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Technology & Ageing @BsgTechAgeSig

The Technology & Ageing SIG aims to bring all academics, early career/researchers and doctoral students together who work across the area of Technology & Ageing.

Aims & Objectives:

This field has grown considerably over the last 20 years and it is vital that all those who are working and interested in this domain share their experiences, knowledge, skills with one another. The approach shared by many members of this Special Interest Group is applied sociology but including multidisciplinary perspectives; such as geography, design and healthcare.

Joining the SIG:

If you wish to be part of the Technology & Ageing SIG, please contact: Neil Chadborn:

The SIG has a twitter account @BSGTechAgeSIG so please follow us and interact with The BSG Society is active on Twitter and you can follow via @britgerontology.


Past Symposiums

The SIG makes an important contribution to the annual conference, with a symposium including several presentations. We also hold a ‘meet the SIG’ where we encourage more people to join the SIG. The SIG welcomes people who are not BSG members. Also because the conference is online, it is convenient for people from overseas to join in our activities.

The purpose of the SIG is to support the work of it’s members, so please talk to us about how the SIG network could support your work. We hope to have three or four meetings through the year – which could include members presenting their research or ‘journal club’ type meetings.

Look forward to meeting you on social media and meetings!

Recent events

  • 2020 - Symposium at first virtual conference (due to COVID19) - Technology, ageing and social relationships; using technology to facilitate communication across social and care relationships in later life. Chaired by Grant Gibson.

Within ageing policy discourse and practice, technology is increasingly being viewed as a means to support the well-being and quality of life of older people.  Technologies research within gerontology (or gerontechnology) has largely focused on supporting older people with assisted living needs such as dementia to live at home or providing new opportunities to engage with health and social care services, with the associated assumed benefits of increasing care service efficiencies.  Recent years have seen attention being paid to technology’s transformative impact on social and caring relationships among older people, by enabling ‘care-at-a-distance’, but also by facilitating new forms of social and civic relationships.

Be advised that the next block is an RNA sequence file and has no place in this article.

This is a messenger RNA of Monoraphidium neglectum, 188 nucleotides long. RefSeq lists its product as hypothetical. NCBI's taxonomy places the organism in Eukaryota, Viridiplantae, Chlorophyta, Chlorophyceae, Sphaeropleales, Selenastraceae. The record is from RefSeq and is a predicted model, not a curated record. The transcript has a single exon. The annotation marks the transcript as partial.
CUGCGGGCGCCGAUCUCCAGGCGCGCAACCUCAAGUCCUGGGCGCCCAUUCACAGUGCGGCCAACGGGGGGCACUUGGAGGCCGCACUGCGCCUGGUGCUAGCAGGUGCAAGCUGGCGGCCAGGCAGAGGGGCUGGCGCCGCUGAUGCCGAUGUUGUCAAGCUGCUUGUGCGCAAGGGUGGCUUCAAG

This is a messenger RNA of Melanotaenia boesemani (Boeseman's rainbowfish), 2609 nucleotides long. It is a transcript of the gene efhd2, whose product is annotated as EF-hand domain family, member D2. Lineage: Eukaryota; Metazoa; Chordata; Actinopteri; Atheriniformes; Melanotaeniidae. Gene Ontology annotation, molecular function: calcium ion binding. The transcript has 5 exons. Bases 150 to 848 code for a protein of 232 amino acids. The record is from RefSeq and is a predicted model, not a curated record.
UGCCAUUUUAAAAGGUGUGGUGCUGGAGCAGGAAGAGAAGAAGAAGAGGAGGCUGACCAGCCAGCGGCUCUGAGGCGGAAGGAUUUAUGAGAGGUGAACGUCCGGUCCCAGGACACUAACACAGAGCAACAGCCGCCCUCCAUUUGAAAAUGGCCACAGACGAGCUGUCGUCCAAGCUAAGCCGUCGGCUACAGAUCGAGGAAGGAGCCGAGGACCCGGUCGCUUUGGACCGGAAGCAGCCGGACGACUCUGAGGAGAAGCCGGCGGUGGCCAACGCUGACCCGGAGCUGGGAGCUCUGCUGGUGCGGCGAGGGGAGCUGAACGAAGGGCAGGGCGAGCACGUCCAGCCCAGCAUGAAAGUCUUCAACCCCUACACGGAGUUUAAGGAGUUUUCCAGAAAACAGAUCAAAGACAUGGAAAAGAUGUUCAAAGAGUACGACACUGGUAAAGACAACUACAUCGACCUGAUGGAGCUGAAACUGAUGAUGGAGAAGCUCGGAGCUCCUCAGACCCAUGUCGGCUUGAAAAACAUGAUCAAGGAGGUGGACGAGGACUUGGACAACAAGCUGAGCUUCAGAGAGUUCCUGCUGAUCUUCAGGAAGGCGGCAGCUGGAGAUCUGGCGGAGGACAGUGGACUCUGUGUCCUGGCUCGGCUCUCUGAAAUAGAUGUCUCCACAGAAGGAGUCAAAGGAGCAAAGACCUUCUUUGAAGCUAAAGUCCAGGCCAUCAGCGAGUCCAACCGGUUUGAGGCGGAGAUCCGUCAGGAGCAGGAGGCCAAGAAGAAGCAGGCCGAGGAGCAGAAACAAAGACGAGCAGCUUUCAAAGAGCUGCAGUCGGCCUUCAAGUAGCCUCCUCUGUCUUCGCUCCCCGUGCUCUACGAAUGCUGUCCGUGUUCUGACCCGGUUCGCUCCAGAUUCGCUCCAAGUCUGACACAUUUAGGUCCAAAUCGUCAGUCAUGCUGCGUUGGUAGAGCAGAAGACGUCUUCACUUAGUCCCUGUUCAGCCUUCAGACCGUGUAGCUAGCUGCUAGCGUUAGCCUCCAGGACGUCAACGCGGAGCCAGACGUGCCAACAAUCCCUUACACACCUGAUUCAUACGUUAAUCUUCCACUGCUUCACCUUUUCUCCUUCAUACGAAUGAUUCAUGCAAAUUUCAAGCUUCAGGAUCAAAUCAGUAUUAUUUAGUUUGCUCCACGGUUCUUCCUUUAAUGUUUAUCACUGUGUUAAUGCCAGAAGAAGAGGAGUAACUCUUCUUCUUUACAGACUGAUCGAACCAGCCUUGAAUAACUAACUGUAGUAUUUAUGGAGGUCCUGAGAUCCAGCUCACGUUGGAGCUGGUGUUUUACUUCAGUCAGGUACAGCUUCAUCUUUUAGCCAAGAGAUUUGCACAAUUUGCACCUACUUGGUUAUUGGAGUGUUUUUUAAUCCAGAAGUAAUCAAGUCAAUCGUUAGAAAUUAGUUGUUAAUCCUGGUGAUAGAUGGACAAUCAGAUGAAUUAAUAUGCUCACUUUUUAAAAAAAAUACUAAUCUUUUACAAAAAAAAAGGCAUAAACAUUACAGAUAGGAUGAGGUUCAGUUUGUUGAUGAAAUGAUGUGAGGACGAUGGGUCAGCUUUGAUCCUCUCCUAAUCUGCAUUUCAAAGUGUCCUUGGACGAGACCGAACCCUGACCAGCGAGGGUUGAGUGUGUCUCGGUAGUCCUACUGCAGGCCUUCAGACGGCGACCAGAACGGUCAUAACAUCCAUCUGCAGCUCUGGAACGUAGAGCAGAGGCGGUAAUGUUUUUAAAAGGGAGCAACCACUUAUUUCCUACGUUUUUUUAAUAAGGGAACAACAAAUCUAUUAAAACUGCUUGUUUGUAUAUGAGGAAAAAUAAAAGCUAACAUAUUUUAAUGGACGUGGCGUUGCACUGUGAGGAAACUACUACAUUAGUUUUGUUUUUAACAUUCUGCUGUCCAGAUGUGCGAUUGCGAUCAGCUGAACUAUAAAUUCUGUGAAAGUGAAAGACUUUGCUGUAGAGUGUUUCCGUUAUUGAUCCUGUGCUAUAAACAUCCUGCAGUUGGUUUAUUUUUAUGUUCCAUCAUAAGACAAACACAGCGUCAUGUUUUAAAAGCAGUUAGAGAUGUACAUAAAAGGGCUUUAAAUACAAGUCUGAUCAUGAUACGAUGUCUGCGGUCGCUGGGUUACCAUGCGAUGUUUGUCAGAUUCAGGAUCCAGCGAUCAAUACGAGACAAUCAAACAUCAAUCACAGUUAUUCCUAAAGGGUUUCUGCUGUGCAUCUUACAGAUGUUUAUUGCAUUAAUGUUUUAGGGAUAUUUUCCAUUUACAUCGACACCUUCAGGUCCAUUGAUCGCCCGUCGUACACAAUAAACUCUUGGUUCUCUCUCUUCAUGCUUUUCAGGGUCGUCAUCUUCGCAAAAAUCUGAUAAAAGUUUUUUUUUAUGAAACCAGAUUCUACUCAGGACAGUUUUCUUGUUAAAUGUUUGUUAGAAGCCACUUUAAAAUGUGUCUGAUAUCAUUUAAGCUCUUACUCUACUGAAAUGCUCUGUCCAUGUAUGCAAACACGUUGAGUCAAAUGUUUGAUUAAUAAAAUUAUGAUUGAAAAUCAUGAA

This symposium, presenting research by members of the BSG Technology and Ageing Special Interest Group, explored the burgeoning body of work investigating the potential and scope of technologies to transform older people’s social relationships; with each other, with their families and with the various elements constituting civic society. Dawson et al began by discussing current research which challenged the assumption that technologies inevitably lead to improvements in older people’s quality of life.  Lariviere then explored the role of technology in shaping the experience and practice of care in later life.  Llorenz-Dant and Freddolino then explored the experience of technologies among carers of people living with dementia.  Tinker and Khera concluded the symposium with a discussion of the social and institutional dynamics which occur when older people introduce online sourced information to GP’s.


  • 2019 - Symposium at BSG annual conference: Technology, resilience and ageing; critical perspectives. BSG Technology and Ageing Special Interest Group. Chaired by Grant Gibson.

    This symposium illustrated how applying a critical gerontology perspective to the study of technology, resilience and ageing can foster more informed, nuanced understandings of technology use and resilience among older people. Topics explored in this symposium include the use of technology in relation to resilience among baby boomers (Tinker & Young), use of social robots to promote resilience with people living with dementia (Whelan), representations of people with dementia in relation to assistive technologies for dementia (Vermeer), co-design of technologies to promote resilience in dementia (Chadborn et al), and the impact of technology-supported care provision on organisational resilience (Lynch).

  • 2019 - Adult education in a digital world event, 22nd Nov. Joint event with Educational Gerontology SIG, hosted by Institute of Mental Health, University of Nottingham
  • 2018 – Mobile e-Health, insights from the Edited book (2017, Springer)
  • 2018 – Mobile e-Health, insights from the Edited book (2017, Springer)